Cilantro, Not Coriander
John S. Munday
Cilantro, Not Coriander is a love story that also bears witness to El Salvador's violent war and US complicity. From Philadelphia, to Guatemala, to the blood riddled streets of San Salvador, you will be led on a riveting journey that begins with one young man's quest to follow his heart and live out his convictions.
Human Rights Activist, Photo Journalist
and Director of Optical Realities Photography
We find here much about the 1980-1992 war in El Salvador that only American anti-war activists know.
Cilantro, Not Coriander is a work in social science tradition describing bad governance in El Salvador aided and abetted by the United States government. One learns the real names of wayward Reagan Administration officials, perfidious Salvadoran military officers, heroic Catholic and Protestant churchmen and churchwomen, and self-sacrificing Salvadoran leaders of popular movements who died as they struggled for justice. The U.S. is shown here helping to create a terrible culture of impunity for any Salvadoran government or military related official, no matter how horrible his crimes. The U.S. is shown here in full blown support of a terrorist government. In the context of fiction set in an historic reality we learn that the FMLN guerrillas and their actions were basically decent and just. Claims that they were Communists, or Communist inspired, or manipulated by Communists were nonsense. We see how it is that Assassinated Archbishop Oscar Romero was and is an enormous force for beneficial change in Latin America.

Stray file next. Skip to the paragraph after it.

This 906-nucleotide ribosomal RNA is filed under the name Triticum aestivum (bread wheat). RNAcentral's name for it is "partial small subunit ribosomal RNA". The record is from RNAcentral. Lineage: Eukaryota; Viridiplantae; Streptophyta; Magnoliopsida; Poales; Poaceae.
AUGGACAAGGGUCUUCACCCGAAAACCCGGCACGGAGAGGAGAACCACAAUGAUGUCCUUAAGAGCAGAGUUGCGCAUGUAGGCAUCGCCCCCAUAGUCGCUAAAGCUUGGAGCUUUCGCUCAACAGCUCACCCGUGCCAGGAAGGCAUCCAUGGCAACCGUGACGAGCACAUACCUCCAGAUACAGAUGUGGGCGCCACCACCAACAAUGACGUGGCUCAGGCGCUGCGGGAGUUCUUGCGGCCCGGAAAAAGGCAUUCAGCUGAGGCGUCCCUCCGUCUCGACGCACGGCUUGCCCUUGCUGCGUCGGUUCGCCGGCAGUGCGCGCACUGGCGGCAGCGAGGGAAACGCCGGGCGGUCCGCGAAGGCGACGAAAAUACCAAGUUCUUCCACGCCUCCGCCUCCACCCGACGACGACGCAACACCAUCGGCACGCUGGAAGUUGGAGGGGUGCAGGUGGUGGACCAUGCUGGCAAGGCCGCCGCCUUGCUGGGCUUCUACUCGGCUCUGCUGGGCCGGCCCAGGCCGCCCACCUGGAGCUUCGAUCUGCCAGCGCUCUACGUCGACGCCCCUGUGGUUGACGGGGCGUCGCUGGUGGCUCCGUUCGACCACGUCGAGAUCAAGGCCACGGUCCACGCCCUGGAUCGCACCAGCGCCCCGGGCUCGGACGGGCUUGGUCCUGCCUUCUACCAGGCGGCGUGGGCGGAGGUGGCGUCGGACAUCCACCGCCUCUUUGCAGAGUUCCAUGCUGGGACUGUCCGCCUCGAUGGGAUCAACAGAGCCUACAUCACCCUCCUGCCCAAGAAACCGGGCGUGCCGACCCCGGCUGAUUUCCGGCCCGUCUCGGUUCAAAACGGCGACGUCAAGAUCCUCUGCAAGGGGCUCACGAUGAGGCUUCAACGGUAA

Joseph Betz, Ph.D.
Professor of Philosophy, Villanova University
188 pages, $18.95
Fiction : Literary. Religious - General
History : Latin America - Central America